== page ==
If someone's really nosy, they can access your URL history file. Pressing control-H right now will show your most recent history, which is just a little bit of your history file, but people can also easily read your full history file, which lists every site you've been to since you first installed your browser or cleared the file. That way they can see wherever you've been. If you think someone might view your history file, you can clear it in preferences or internet options, either by pressing "clear history" or "clear cache" depending on your version of your browser. People also tell you not to screw with your netscape.hst file, but I've never had a problem just deleting it.

Visited Links

Links to places you've been to turn purple. If your dad happens to stumble upon a link to this site, it will be purple and he'll know you've been here. You can click on "Expire Links Now" in Netscape or simply Clear History in Netscape and Explorer to get rid of this.

Disk Cache / Temporary Internet Files

If someone's really hunting you down, or if you're really paranoid, keep in mind that copies of the pages you've visited are stored on your hard drive. If someone goes through these files or searches for files containing the word "crossdress," they can find what you were looking at. Parent snoop programs often have a database of "bad" words that bring up files that contain them on your computer. If you want to be really careful, you can "Clear Memory Cache," "Clear Disk Cache," (for Netscape), and "Delete Files" under Temporary Internet Files in Explorer. Then again, if you're this paranoid, or your parents are this nosy, you might as well come out.

Yahoo and other Member Services

If you have incriminating account names like "juliateencd" on Yahoo or other member services, they can use cookies and javascript to either say "Hi Juliateencd!" or even remember your password if you let them. Be sure to sign out from these accounts when you're done using them. On Yahoo, be sure to sign out and then "sign out completely" if other people use Yahoo services. I wouldn't recommend disabling cookies, because then your Yahoo account won't work. And never, never, disable Javascript. This is how I was caught by my mom, because I disabled Javascript while signed in so it didn't sign me out, and then my mom had full access to my email account.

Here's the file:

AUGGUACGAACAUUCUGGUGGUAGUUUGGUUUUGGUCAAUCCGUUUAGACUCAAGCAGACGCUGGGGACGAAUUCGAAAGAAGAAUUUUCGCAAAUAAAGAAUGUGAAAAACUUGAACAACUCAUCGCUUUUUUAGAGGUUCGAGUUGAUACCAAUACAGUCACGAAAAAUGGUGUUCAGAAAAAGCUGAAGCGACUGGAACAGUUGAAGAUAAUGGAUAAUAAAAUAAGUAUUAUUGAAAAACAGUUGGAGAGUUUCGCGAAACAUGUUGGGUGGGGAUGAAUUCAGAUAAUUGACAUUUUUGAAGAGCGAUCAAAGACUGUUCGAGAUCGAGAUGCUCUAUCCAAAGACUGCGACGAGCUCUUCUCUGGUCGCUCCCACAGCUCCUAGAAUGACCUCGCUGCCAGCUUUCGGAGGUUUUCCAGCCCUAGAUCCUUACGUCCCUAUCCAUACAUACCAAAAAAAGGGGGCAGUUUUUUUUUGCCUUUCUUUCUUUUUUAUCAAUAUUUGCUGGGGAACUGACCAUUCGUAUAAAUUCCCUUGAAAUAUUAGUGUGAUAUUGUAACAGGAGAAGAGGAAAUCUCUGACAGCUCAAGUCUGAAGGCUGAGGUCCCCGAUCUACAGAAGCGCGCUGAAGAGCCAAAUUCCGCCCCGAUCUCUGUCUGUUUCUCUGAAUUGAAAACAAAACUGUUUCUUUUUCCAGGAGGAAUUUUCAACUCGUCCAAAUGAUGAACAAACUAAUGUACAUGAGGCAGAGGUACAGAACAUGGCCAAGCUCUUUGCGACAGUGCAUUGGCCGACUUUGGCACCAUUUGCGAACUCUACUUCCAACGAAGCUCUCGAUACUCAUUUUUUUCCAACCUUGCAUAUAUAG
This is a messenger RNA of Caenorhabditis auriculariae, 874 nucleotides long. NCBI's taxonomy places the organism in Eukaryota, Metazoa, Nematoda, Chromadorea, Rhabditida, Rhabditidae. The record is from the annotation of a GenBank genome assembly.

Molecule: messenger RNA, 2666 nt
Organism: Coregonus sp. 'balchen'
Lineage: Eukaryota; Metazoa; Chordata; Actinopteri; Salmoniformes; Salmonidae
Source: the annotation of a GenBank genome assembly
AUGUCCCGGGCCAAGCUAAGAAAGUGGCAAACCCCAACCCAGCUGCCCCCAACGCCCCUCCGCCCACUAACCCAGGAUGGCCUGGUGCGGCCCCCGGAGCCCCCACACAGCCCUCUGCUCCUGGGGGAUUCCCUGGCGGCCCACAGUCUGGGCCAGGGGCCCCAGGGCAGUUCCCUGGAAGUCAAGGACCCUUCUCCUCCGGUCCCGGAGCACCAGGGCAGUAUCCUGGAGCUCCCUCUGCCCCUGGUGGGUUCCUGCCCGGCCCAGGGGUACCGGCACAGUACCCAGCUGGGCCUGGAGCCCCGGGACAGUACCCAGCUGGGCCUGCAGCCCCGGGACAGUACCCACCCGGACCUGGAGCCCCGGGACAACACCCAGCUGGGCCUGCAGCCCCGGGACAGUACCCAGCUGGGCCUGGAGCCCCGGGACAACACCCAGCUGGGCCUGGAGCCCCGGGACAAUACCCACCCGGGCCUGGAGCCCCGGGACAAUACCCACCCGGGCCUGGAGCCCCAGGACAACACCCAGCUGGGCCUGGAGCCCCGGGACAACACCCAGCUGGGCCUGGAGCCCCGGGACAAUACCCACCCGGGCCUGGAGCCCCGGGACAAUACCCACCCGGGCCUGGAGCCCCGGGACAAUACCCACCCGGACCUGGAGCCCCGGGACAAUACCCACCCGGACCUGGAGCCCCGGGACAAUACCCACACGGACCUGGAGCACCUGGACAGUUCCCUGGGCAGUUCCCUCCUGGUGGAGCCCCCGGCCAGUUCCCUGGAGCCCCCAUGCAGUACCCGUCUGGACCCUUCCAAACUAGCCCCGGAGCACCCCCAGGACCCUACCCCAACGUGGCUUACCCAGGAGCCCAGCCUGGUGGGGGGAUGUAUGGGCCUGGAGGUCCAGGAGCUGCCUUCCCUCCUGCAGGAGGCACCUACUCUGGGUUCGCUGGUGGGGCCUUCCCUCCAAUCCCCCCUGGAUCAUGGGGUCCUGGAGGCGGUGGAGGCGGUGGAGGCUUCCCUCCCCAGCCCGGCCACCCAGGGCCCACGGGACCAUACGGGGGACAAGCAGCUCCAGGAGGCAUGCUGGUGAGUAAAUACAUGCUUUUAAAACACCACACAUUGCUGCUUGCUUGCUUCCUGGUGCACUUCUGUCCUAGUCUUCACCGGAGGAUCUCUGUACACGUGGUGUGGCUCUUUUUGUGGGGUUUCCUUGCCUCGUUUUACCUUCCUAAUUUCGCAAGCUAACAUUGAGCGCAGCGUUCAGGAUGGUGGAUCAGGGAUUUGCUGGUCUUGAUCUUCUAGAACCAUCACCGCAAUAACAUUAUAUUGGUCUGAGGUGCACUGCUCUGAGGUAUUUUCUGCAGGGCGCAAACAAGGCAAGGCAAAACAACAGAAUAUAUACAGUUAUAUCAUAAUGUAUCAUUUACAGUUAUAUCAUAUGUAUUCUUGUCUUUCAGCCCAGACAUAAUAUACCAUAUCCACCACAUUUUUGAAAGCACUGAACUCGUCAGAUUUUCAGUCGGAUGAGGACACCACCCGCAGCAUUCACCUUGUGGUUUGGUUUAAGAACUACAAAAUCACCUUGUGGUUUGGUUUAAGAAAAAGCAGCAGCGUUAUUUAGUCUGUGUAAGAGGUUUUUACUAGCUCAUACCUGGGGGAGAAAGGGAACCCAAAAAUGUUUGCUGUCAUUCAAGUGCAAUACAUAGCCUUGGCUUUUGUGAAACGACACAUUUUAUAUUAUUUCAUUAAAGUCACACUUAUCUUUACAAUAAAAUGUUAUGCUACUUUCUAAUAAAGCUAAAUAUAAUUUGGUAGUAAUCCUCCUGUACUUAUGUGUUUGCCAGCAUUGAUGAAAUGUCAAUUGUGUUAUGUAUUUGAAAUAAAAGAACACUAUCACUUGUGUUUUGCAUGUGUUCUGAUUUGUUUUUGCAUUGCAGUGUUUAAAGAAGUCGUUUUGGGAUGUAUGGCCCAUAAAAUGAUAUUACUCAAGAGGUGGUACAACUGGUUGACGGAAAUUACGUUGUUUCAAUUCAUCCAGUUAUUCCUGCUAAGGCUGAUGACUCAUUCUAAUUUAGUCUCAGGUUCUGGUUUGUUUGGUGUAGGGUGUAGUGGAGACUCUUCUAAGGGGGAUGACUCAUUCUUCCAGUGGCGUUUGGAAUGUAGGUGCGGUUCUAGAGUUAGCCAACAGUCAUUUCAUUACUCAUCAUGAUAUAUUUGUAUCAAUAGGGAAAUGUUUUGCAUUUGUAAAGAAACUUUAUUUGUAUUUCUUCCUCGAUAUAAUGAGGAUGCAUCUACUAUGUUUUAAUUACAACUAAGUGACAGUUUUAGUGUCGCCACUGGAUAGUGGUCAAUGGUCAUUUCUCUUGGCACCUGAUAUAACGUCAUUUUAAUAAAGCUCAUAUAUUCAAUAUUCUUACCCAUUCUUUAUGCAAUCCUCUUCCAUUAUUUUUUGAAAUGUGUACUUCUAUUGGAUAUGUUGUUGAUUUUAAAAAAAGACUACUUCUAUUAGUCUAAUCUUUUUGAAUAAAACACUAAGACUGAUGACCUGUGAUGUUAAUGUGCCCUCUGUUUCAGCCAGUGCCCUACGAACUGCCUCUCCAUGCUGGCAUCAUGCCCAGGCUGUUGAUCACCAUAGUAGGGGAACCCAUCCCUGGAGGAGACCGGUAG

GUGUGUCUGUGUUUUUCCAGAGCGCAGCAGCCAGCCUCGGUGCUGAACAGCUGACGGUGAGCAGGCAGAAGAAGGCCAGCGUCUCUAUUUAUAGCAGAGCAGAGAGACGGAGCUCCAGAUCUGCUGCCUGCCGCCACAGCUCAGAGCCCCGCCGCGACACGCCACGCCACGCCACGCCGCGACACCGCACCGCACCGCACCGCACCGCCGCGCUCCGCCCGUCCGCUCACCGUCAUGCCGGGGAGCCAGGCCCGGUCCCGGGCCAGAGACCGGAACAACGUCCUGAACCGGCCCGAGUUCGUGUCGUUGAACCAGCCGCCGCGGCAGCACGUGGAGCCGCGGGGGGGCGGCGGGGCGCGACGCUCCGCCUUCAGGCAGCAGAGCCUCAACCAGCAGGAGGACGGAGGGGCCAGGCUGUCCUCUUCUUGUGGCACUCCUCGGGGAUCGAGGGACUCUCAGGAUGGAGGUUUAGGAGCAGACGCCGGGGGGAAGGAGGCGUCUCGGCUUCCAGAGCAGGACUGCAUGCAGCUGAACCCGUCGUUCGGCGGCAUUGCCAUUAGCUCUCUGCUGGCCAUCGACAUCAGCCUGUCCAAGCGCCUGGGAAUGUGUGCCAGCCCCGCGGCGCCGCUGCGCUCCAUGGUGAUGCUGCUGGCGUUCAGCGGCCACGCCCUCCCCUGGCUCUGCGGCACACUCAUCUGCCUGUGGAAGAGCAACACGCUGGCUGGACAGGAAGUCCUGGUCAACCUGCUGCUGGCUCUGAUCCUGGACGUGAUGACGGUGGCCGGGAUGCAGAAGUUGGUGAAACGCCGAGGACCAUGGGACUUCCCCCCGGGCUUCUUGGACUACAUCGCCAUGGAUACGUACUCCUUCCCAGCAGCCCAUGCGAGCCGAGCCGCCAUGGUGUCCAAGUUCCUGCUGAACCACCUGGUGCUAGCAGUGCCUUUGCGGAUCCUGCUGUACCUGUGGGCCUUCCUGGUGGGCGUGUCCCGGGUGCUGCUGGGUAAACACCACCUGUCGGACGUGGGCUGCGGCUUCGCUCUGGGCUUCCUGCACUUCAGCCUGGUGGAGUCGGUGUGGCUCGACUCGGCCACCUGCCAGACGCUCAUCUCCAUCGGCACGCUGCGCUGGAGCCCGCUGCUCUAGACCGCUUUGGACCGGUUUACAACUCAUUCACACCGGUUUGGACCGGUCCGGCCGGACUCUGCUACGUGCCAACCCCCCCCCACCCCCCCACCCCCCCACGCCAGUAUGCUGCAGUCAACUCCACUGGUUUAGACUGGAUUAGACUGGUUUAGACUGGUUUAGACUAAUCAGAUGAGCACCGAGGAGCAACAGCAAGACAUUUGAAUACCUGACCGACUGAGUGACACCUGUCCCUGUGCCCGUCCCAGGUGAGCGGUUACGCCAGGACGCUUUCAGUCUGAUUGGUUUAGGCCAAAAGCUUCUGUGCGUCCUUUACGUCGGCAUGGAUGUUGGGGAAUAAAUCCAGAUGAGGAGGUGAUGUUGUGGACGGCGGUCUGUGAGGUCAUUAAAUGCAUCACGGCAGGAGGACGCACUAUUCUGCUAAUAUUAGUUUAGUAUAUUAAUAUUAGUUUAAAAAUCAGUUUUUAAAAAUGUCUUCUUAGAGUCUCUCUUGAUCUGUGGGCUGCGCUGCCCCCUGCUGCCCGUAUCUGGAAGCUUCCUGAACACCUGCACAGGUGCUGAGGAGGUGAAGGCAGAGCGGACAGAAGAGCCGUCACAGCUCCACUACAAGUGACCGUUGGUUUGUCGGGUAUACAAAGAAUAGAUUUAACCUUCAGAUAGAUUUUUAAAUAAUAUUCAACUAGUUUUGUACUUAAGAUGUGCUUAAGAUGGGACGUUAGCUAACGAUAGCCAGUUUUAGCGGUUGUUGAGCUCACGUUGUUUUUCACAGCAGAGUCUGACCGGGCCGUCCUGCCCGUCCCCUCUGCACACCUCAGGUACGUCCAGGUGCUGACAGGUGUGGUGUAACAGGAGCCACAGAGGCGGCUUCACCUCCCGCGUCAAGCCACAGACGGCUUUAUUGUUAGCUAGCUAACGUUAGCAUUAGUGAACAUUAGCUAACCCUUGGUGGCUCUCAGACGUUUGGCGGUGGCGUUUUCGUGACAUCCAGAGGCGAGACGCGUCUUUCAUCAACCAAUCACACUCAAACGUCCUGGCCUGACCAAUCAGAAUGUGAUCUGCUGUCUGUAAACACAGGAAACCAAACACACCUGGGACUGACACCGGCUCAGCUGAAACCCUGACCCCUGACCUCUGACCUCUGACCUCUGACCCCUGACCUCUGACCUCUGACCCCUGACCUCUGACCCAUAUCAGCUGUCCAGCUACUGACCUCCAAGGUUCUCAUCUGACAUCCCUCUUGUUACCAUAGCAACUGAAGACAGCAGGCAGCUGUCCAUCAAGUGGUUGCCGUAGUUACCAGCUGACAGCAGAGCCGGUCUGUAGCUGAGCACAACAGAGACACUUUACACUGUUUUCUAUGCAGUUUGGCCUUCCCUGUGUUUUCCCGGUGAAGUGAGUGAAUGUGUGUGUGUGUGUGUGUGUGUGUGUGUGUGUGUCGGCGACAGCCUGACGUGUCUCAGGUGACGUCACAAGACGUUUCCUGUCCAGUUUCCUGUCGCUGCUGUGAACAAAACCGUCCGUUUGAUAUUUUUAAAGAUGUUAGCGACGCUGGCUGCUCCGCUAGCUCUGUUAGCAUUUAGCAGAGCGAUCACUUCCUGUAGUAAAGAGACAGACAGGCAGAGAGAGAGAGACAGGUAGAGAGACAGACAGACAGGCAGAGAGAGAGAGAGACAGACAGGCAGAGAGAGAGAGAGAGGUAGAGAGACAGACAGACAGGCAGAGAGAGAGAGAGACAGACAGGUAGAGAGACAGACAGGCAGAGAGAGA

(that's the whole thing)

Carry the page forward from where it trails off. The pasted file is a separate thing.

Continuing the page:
Windows 95 and 98: The Documents Menu and the Recycle Bin

If you download, create, read, or edit incriminating media or document files, note that it will show up in your documents menu in the start menu. That way it's just a click away! Click on the start menu, then settings, then taskbar, and then the start menu programs tab to clear the documents menu. If anyone asks, just say you were reducing clutter or freeing up memory or something. And if you need to delete files, either really delete them (hold down shift) or empty the recycle bin after you've recycled them.

Compuserve 2000

If you have Compuserve 2000 or 4.0 with I.E.5, clearing the history in I.E.5 and in compuserve will not clear compuserve's own integrated location bar history. In Compuserve 2000, you have to go to preferences>toolbar clear history now to clear it, (checking "clear history trail after disconnecting or switching member name" is also a good idea) and I don't know how to clear it in 4.0. Also, I've had weird things happen between Compuserve's browser and I.E. 5 itself, like histories and cookies being shared. I can't explain how it works, but watch out for it.

Campus, Library, and other Public Computers

Don't go to any sites that have incriminating evidence that link to you directly on secured public computers. By that I mean, don't go to your crossdressing site with pictures of you on a computer that has foolproof, at ease, etc. On such computers sometimes it is impossible to do any of the things I've mentioned such as editing the registry or clearing the history, and administrators are more likely to snoop the history files, etc. If you do get into such a predicament, let me know as I have some experience in hacking foolproof and at ease. Hehe.

Whew! It's all kind of ridiculous, huh? All for a little bit of privacy.

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juliateencd@yahoo.com